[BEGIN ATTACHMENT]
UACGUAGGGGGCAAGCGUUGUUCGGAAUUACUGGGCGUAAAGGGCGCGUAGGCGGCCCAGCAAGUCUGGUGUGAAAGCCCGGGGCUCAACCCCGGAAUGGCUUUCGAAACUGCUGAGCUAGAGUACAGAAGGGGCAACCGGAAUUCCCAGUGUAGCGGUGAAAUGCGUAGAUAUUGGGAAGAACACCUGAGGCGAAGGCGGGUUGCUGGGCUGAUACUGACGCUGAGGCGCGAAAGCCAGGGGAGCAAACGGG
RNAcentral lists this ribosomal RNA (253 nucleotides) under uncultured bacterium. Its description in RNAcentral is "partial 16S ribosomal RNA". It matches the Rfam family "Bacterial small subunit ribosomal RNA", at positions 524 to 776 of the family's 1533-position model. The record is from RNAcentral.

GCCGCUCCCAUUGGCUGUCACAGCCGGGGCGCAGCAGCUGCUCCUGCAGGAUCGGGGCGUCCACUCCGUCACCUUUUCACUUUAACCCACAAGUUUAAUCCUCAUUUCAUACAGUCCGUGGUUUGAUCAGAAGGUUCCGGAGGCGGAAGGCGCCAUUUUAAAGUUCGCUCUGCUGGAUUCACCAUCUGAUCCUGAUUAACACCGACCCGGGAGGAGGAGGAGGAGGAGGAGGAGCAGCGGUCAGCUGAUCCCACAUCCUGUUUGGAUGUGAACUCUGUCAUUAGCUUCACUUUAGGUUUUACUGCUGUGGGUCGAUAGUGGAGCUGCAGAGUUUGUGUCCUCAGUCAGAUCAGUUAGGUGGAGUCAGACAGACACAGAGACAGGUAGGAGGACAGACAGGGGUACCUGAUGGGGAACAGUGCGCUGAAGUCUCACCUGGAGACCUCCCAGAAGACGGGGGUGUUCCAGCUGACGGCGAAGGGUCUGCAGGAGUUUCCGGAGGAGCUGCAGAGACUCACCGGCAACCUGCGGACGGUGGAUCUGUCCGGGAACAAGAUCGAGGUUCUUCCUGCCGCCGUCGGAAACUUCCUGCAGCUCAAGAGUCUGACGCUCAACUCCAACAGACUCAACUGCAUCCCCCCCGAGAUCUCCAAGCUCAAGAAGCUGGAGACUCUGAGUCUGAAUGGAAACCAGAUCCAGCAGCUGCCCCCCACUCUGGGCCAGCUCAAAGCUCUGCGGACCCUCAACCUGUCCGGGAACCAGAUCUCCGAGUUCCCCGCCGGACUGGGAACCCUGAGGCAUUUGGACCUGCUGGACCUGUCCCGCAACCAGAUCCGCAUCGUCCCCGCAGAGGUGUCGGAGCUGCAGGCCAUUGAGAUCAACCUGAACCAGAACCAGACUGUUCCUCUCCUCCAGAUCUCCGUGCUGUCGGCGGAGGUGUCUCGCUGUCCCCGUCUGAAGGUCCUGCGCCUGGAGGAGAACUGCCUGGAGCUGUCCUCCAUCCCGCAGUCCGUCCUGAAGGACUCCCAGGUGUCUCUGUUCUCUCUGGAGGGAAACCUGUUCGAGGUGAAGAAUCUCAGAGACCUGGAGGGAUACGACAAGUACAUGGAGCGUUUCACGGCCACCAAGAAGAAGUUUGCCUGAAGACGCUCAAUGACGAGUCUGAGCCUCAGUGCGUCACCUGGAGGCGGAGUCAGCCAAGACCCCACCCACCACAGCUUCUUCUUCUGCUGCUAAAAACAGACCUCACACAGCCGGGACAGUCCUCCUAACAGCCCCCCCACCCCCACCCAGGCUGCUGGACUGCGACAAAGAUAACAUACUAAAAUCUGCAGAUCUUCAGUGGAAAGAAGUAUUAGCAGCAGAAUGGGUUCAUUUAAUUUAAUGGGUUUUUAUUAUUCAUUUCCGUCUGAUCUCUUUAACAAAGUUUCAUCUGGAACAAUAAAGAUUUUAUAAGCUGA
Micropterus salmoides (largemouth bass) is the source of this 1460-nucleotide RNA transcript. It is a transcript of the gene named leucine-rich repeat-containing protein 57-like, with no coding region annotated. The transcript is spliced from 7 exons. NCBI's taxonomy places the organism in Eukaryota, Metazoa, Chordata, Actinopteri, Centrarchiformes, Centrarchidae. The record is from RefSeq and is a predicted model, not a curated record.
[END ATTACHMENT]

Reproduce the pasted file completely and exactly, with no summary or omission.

UACGUAGGGGGCAAGCGUUGUUCGGAAUUACUGGGCGUAAAGGGCGCGUAGGCGGCCCAGCAAGUCUGGUGUGAAAGCCCGGGGCUCAACCCCGGAAUGGCUUUCGAAACUGCUGAGCUAGAGUACAGAAGGGGCAACCGGAAUUCCCAGUGUAGCGGUGAAAUGCGUAGAUAUUGGGAAGAACACCUGAGGCGAAGGCGGGUUGCUGGGCUGAUACUGACGCUGAGGCGCGAAAGCCAGGGGAGCAAACGGG
RNAcentral lists this ribosomal RNA (253 nucleotides) under uncultured bacterium. Its description in RNAcentral is "partial 16S ribosomal RNA". It matches the Rfam family "Bacterial small subunit ribosomal RNA", at positions 524 to 776 of the family's 1533-position model. The record is from RNAcentral.

GCCGCUCCCAUUGGCUGUCACAGCCGGGGCGCAGCAGCUGCUCCUGCAGGAUCGGGGCGUCCACUCCGUCACCUUUUCACUUUAACCCACAAGUUUAAUCCUCAUUUCAUACAGUCCGUGGUUUGAUCAGAAGGUUCCGGAGGCGGAAGGCGCCAUUUUAAAGUUCGCUCUGCUGGAUUCACCAUCUGAUCCUGAUUAACACCGACCCGGGAGGAGGAGGAGGAGGAGGAGGAGCAGCGGUCAGCUGAUCCCACAUCCUGUUUGGAUGUGAACUCUGUCAUUAGCUUCACUUUAGGUUUUACUGCUGUGGGUCGAUAGUGGAGCUGCAGAGUUUGUGUCCUCAGUCAGAUCAGUUAGGUGGAGUCAGACAGACACAGAGACAGGUAGGAGGACAGACAGGGGUACCUGAUGGGGAACAGUGCGCUGAAGUCUCACCUGGAGACCUCCCAGAAGACGGGGGUGUUCCAGCUGACGGCGAAGGGUCUGCAGGAGUUUCCGGAGGAGCUGCAGAGACUCACCGGCAACCUGCGGACGGUGGAUCUGUCCGGGAACAAGAUCGAGGUUCUUCCUGCCGCCGUCGGAAACUUCCUGCAGCUCAAGAGUCUGACGCUCAACUCCAACAGACUCAACUGCAUCCCCCCCGAGAUCUCCAAGCUCAAGAAGCUGGAGACUCUGAGUCUGAAUGGAAACCAGAUCCAGCAGCUGCCCCCCACUCUGGGCCAGCUCAAAGCUCUGCGGACCCUCAACCUGUCCGGGAACCAGAUCUCCGAGUUCCCCGCCGGACUGGGAACCCUGAGGCAUUUGGACCUGCUGGACCUGUCCCGCAACCAGAUCCGCAUCGUCCCCGCAGAGGUGUCGGAGCUGCAGGCCAUUGAGAUCAACCUGAACCAGAACCAGACUGUUCCUCUCCUCCAGAUCUCCGUGCUGUCGGCGGAGGUGUCUCGCUGUCCCCGUCUGAAGGUCCUGCGCCUGGAGGAGAACUGCCUGGAGCUGUCCUCCAUCCCGCAGUCCGUCCUGAAGGACUCCCAGGUGUCUCUGUUCUCUCUGGAGGGAAACCUGUUCGAGGUGAAGAAUCUCAGAGACCUGGAGGGAUACGACAAGUACAUGGAGCGUUUCACGGCCACCAAGAAGAAGUUUGCCUGAAGACGCUCAAUGACGAGUCUGAGCCUCAGUGCGUCACCUGGAGGCGGAGUCAGCCAAGACCCCACCCACCACAGCUUCUUCUUCUGCUGCUAAAAACAGACCUCACACAGCCGGGACAGUCCUCCUAACAGCCCCCCCACCCCCACCCAGGCUGCUGGACUGCGACAAAGAUAACAUACUAAAAUCUGCAGAUCUUCAGUGGAAAGAAGUAUUAGCAGCAGAAUGGGUUCAUUUAAUUUAAUGGGUUUUUAUUAUUCAUUUCCGUCUGAUCUCUUUAACAAAGUUUCAUCUGGAACAAUAAAGAUUUUAUAAGCUGA
Micropterus salmoides (largemouth bass) is the source of this 1460-nucleotide RNA transcript. It is a transcript of the gene named leucine-rich repeat-containing protein 57-like, with no coding region annotated. The transcript is spliced from 7 exons. NCBI's taxonomy places the organism in Eukaryota, Metazoa, Chordata, Actinopteri, Centrarchiformes, Centrarchidae. The record is from RefSeq and is a predicted model, not a curated record.